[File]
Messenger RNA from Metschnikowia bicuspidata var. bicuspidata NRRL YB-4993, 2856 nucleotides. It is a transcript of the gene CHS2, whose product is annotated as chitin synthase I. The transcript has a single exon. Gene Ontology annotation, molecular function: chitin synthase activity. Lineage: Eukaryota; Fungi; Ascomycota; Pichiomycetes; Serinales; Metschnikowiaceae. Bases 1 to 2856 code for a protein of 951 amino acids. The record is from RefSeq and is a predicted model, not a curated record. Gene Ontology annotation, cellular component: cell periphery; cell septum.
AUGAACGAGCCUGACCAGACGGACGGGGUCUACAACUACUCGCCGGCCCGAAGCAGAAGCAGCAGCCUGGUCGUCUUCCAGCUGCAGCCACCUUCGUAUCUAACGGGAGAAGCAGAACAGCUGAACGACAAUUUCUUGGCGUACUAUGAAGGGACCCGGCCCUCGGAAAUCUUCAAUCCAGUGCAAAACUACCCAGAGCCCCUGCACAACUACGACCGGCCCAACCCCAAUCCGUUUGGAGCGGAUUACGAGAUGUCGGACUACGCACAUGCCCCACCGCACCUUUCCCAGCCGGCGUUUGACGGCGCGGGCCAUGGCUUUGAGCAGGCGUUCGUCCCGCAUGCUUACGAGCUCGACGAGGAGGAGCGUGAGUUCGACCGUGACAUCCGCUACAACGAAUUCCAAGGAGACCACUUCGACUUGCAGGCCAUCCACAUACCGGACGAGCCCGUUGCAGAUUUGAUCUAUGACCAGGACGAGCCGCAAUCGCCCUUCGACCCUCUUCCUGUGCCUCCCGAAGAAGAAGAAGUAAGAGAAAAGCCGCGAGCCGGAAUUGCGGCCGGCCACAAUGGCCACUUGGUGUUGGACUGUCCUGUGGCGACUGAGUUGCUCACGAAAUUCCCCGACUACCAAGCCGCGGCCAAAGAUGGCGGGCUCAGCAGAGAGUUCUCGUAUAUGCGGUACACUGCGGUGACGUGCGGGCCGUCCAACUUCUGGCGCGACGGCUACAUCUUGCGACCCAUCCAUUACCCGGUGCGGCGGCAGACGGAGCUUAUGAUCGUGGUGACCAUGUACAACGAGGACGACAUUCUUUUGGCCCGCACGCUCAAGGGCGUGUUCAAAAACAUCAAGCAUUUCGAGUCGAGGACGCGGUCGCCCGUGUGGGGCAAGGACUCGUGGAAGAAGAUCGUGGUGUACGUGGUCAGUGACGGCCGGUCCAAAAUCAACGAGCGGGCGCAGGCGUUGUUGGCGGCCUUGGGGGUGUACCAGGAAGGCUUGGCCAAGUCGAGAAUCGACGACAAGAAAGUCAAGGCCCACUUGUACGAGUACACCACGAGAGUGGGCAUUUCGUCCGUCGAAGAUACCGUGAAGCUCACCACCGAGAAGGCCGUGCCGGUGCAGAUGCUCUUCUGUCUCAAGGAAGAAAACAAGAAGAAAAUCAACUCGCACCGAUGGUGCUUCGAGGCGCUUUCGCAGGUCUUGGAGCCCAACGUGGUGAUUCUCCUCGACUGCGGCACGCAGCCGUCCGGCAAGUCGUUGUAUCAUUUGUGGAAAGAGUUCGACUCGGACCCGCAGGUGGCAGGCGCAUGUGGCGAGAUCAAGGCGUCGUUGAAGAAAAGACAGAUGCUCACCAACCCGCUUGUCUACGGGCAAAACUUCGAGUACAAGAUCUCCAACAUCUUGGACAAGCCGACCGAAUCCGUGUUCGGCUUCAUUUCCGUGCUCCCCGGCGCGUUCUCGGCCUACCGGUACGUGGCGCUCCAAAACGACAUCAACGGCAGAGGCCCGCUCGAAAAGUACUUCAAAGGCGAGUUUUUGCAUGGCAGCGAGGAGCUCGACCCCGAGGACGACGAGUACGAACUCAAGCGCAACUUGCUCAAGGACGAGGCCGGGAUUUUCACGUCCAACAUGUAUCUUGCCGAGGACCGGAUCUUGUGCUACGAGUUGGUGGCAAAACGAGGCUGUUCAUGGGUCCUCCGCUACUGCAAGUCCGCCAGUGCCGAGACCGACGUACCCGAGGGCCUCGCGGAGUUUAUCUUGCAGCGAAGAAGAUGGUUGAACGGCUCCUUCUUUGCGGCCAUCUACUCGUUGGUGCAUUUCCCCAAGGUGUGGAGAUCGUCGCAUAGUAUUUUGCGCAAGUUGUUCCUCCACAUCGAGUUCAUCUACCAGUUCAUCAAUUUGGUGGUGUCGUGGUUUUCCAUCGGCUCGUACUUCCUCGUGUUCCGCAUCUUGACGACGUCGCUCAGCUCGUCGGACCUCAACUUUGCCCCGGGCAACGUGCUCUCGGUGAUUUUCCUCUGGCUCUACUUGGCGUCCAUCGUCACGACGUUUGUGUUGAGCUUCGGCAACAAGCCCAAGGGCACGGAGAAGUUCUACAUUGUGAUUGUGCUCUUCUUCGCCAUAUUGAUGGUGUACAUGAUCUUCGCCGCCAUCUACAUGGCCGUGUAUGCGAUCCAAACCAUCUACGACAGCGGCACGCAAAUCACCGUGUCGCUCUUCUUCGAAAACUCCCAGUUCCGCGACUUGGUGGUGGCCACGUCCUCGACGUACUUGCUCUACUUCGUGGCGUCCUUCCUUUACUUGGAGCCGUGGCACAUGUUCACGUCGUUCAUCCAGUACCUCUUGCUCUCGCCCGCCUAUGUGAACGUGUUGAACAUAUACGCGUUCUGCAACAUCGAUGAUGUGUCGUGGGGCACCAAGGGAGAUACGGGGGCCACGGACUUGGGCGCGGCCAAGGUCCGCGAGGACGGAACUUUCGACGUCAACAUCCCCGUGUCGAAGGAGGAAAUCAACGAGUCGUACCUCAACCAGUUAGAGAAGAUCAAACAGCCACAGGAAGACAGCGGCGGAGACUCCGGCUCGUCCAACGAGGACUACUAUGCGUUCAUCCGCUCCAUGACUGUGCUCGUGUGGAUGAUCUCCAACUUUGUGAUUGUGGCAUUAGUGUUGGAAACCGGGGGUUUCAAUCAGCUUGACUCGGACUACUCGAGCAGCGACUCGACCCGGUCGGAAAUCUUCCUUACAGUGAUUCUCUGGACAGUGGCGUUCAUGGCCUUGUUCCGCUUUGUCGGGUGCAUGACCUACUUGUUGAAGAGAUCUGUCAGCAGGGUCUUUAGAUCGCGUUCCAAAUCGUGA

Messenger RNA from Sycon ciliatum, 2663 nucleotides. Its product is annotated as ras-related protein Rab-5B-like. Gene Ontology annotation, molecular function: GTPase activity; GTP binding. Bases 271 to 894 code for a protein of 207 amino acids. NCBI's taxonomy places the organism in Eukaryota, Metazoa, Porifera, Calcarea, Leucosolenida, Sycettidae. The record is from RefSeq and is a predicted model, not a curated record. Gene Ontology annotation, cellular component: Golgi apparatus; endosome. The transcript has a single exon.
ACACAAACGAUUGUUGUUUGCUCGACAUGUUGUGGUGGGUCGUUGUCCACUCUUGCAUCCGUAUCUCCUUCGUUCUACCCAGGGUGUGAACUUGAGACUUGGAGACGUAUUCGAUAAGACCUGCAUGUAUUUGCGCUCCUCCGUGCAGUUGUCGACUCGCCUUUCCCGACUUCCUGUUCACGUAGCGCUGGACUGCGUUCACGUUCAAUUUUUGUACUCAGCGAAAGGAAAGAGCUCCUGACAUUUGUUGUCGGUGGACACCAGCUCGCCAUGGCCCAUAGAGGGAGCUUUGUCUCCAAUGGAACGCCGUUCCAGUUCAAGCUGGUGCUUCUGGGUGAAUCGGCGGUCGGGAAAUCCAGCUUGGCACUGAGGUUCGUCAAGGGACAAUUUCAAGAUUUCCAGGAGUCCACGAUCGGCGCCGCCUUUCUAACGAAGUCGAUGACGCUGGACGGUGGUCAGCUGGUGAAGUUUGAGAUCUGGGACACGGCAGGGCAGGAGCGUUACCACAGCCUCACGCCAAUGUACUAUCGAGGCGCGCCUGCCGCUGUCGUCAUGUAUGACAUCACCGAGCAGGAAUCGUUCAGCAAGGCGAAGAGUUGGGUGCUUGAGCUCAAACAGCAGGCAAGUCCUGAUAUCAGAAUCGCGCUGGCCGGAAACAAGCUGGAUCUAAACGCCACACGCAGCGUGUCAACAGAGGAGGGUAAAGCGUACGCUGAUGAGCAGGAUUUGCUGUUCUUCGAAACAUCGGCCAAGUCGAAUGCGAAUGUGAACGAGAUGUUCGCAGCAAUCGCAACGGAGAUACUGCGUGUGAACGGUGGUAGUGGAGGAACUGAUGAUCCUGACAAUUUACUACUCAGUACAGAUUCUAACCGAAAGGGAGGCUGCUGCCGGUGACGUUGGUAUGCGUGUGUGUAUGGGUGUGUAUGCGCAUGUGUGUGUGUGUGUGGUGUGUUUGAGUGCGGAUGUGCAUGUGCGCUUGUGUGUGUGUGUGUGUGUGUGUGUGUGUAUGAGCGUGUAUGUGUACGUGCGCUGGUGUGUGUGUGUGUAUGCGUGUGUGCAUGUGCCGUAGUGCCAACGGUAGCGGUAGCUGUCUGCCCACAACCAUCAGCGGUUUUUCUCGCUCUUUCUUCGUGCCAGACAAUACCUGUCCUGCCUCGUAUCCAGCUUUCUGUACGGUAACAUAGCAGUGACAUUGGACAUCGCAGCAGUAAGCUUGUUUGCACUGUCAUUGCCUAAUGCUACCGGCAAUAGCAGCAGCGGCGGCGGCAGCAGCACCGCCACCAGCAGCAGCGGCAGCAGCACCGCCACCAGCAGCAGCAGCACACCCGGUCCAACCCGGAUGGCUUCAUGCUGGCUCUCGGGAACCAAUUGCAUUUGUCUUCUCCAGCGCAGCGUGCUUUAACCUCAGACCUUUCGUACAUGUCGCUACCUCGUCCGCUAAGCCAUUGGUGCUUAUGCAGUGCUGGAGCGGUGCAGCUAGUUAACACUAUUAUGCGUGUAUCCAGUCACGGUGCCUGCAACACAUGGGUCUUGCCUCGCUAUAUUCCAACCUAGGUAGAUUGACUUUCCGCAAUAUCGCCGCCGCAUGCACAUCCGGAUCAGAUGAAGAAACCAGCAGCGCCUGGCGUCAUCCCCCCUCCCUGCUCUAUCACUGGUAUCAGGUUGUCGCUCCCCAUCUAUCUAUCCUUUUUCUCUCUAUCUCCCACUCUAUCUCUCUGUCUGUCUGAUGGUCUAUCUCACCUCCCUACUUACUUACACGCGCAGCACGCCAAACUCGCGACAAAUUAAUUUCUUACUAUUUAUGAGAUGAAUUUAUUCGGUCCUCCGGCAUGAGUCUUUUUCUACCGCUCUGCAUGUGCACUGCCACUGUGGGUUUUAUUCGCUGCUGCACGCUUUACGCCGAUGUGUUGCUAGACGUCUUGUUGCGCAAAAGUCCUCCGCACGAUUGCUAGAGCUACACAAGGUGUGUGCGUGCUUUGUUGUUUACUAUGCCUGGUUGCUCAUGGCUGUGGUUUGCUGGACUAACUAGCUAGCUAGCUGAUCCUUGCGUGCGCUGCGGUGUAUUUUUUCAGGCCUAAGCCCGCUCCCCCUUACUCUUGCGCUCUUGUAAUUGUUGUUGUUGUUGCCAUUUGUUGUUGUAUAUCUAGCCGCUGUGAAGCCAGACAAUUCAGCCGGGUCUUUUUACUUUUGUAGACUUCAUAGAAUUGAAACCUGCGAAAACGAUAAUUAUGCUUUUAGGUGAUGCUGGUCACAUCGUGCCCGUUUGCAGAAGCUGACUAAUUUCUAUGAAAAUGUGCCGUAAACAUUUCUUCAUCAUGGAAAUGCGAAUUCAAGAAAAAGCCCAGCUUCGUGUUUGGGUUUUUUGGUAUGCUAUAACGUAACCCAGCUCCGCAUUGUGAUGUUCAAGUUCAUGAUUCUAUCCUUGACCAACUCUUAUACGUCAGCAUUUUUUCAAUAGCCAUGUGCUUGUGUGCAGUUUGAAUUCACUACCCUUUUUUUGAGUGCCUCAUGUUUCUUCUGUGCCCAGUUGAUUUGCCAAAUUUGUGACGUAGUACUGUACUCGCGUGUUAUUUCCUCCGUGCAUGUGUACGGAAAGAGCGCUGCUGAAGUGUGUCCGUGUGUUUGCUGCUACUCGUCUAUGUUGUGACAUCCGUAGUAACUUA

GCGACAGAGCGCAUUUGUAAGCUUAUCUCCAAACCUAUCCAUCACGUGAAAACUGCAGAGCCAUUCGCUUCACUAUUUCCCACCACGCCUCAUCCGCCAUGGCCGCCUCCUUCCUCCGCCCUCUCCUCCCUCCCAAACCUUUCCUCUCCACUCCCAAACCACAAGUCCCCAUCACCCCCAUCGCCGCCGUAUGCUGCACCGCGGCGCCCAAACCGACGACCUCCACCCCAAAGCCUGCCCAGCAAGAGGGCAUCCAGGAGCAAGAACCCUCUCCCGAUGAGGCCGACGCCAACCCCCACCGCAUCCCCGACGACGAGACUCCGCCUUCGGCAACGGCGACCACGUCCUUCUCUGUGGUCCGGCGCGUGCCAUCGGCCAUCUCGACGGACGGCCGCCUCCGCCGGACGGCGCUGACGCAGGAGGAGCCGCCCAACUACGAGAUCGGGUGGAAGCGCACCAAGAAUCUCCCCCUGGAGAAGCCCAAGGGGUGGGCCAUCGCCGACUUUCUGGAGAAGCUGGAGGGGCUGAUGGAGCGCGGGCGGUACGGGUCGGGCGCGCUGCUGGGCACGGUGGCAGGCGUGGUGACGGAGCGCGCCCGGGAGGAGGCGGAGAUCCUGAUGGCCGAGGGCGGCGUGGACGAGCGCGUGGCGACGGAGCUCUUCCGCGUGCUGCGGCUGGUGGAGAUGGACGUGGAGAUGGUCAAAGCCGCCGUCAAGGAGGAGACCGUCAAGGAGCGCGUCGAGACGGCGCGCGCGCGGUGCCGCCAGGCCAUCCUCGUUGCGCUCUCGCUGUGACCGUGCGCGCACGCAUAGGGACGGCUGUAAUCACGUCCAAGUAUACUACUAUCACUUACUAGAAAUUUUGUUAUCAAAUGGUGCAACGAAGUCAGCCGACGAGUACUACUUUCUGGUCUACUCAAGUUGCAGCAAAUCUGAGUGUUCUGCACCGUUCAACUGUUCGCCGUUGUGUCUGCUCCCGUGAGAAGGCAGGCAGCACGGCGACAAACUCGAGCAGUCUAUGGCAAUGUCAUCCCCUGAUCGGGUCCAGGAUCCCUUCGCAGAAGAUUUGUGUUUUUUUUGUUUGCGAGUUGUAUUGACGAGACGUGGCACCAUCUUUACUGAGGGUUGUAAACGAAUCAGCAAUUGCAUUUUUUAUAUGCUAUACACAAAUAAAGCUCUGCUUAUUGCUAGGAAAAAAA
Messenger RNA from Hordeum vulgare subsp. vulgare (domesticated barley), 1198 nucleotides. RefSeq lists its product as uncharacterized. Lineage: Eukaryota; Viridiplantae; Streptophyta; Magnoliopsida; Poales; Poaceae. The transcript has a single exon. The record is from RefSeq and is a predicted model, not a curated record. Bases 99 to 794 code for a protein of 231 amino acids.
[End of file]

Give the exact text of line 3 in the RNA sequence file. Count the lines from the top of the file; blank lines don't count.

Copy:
Messenger RNA from Sycon ciliatum, 2663 nucleotides. Its product is annotated as ras-related protein Rab-5B-like. Gene Ontology annotation, molecular function: GTPase activity; GTP binding. Bases 271 to 894 code for a protein of 207 amino acids. NCBI's taxonomy places the organism in Eukaryota, Metazoa, Porifera, Calcarea, Leucosolenida, Sycettidae. The record is from RefSeq and is a predicted model, not a curated record. Gene Ontology annotation, cellular component: Golgi apparatus; endosome. The transcript has a single exon.